Why? Koretzky’s post, headlined “College Journalists Are Good at Consuming Multimedia but Bad at Making It. Why?,” was wrong to the point of seeming confused.
It all starts with Koretzky explaining that he judged a college newspaper website competition and was aghast at how bad all the entries were. Apparently, multimedia is Koretzky’s word for news websites, already demonstrating a fundamental misunderstanding of the difference between multimedia posted on a site and the website itself. He went on to explain that for college journalism students, the print edition is still the most prestigious and important product of a news organization—all because of students’ psychology.
But he’s wrong. Take my word for it; I’m a recent college graduate and former editor-in-chief and online editor of a student newspaper, one that I believe (and was frequently told) had a better web presence than most.
Advisers, journalism professors and programs
In fact, one of the top reasons why college media websites (and even multimedia pieces like web videos, podcasts and photos with audio) are weak is because of advisers and journalism professors just like Koretzky. Entire journalism programs are mired in the past (code word for print publishing) while others only pretend to be digital-journalism oriented. That’s because advisers, professors and department chairs too often not only lack the skills to teach their students relevant web publishing, but they also lack basic understanding of the internet and technology. Students aren’t being taught user interface design, programming languages and Photoshop or Adobe Creative Suite skills in journalism classrooms. Often the only way to learn is to teach oneself.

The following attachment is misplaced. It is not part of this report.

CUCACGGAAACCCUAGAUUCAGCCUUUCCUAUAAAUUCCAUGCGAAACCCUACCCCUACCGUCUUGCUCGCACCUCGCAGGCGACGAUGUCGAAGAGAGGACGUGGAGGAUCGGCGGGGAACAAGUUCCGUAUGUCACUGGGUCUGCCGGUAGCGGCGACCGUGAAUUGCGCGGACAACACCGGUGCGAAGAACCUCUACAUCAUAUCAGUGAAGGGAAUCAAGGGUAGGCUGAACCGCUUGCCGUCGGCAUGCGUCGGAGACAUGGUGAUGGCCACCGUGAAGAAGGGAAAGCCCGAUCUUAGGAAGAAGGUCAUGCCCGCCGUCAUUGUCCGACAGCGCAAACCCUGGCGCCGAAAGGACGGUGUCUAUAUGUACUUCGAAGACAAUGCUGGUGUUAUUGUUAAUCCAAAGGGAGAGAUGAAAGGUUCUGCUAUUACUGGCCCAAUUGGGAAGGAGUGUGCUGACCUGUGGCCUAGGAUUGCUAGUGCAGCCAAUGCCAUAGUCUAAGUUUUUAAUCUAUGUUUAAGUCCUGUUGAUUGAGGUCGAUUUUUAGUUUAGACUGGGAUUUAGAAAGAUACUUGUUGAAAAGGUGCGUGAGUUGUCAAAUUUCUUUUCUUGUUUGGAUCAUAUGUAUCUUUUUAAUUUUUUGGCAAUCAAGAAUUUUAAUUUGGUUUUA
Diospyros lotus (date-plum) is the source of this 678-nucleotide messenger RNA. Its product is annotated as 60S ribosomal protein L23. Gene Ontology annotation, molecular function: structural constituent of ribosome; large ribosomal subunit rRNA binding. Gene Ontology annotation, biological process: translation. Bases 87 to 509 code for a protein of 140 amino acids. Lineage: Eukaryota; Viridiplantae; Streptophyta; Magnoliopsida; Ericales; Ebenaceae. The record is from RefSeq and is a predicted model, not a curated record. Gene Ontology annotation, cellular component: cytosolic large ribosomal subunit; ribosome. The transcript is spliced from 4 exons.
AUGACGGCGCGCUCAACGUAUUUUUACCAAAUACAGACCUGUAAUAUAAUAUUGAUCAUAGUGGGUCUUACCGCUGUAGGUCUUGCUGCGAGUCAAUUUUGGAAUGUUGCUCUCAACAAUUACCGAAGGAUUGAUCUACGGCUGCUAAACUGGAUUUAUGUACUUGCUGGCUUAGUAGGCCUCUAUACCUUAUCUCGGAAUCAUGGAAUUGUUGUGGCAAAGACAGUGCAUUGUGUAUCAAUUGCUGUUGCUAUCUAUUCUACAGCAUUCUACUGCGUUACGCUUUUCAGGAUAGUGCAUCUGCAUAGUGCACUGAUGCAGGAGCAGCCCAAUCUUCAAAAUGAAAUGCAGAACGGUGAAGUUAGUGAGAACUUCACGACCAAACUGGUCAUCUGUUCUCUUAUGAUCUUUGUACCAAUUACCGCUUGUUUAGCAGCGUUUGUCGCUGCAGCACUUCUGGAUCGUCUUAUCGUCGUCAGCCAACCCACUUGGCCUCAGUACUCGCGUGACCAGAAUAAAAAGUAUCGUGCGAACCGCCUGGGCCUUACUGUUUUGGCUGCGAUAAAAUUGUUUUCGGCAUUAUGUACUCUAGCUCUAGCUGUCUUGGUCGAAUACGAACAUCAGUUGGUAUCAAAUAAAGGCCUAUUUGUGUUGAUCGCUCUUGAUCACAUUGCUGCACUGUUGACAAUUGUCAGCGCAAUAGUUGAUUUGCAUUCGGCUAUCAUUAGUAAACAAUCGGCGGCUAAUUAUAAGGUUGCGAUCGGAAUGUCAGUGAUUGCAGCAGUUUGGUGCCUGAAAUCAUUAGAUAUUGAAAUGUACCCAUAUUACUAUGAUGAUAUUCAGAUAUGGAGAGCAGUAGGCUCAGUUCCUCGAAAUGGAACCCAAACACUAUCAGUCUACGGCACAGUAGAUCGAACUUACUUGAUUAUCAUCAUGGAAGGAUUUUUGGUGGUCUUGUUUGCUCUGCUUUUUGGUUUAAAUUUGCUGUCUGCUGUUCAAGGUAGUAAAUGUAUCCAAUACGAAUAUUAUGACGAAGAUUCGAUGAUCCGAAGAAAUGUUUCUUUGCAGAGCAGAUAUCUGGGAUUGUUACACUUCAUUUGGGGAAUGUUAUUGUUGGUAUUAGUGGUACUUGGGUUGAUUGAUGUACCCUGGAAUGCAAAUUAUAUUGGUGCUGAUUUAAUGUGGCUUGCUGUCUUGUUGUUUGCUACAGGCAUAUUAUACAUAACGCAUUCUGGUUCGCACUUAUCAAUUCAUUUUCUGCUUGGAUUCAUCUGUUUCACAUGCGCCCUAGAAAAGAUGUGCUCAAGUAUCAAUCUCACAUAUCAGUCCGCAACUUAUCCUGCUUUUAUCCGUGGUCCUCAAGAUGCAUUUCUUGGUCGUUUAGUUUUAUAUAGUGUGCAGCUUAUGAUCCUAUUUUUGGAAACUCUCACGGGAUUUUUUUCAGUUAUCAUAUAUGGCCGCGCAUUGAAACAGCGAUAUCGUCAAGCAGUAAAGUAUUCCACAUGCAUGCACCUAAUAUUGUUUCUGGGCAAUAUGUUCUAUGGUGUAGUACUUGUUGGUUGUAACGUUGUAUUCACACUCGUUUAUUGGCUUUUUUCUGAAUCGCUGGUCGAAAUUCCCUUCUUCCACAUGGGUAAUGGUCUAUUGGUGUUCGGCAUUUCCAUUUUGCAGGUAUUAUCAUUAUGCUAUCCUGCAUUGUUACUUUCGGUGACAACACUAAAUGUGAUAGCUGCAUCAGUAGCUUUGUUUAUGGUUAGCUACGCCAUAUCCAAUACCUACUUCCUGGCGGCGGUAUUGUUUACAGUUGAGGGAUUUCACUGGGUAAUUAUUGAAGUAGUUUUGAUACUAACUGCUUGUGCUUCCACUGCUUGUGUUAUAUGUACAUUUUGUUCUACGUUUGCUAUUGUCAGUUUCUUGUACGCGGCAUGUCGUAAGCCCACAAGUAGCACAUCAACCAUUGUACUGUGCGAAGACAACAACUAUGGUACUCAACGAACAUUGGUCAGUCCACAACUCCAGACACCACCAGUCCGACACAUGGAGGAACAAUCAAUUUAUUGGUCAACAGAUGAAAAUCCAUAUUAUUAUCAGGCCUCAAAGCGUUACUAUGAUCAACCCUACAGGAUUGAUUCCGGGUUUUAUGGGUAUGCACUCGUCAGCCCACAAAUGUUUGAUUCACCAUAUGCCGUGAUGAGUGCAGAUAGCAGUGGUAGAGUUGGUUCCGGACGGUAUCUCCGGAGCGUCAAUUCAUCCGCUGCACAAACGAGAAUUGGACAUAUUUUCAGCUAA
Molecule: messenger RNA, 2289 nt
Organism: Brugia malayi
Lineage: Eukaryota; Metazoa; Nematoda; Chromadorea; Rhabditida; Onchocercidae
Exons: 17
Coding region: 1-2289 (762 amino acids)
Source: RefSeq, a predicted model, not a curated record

This has never been more apparent to me than when I attended the College Media Advisers Spring Convention in New York City. I went hoping to learn lots; instead I was sorely disappointed by the low level of the discourse, especially among advisers.
If you think about it, though, it makes sense. Most journalism advisers and professors who are not adjunct are former journalists who were practicing well before the internet became the primary media consumption platform.
The cost of print
Most college newspapers make very little, if any, revenue off of their web presence. The print product pays the bills (often with some help from the university). Besides not having the money to invest in content management systems, designers, developers and hosting, it’s hard to justify moving revenue and attention away from the cash cow that is the print product. What’s more, universities themselves may dictate what the newspaper may do online; for example, forcing use of the university’s CMS on a subdomain of the university’s homepage.
But more importantly, creating a successful print product takes insane amounts of time and energy. Publishing a story online just takes entering it into the content management system after editing. Publishing in print involves having designers put it on a page and make graphics, pull quotes and teasers. Suddenly the process gets a lot longer and takes more people, and thus more management. For example, I always wanted to spend more time on my student newspaper’s web presence, but then found I was neglecting my duties for the print product.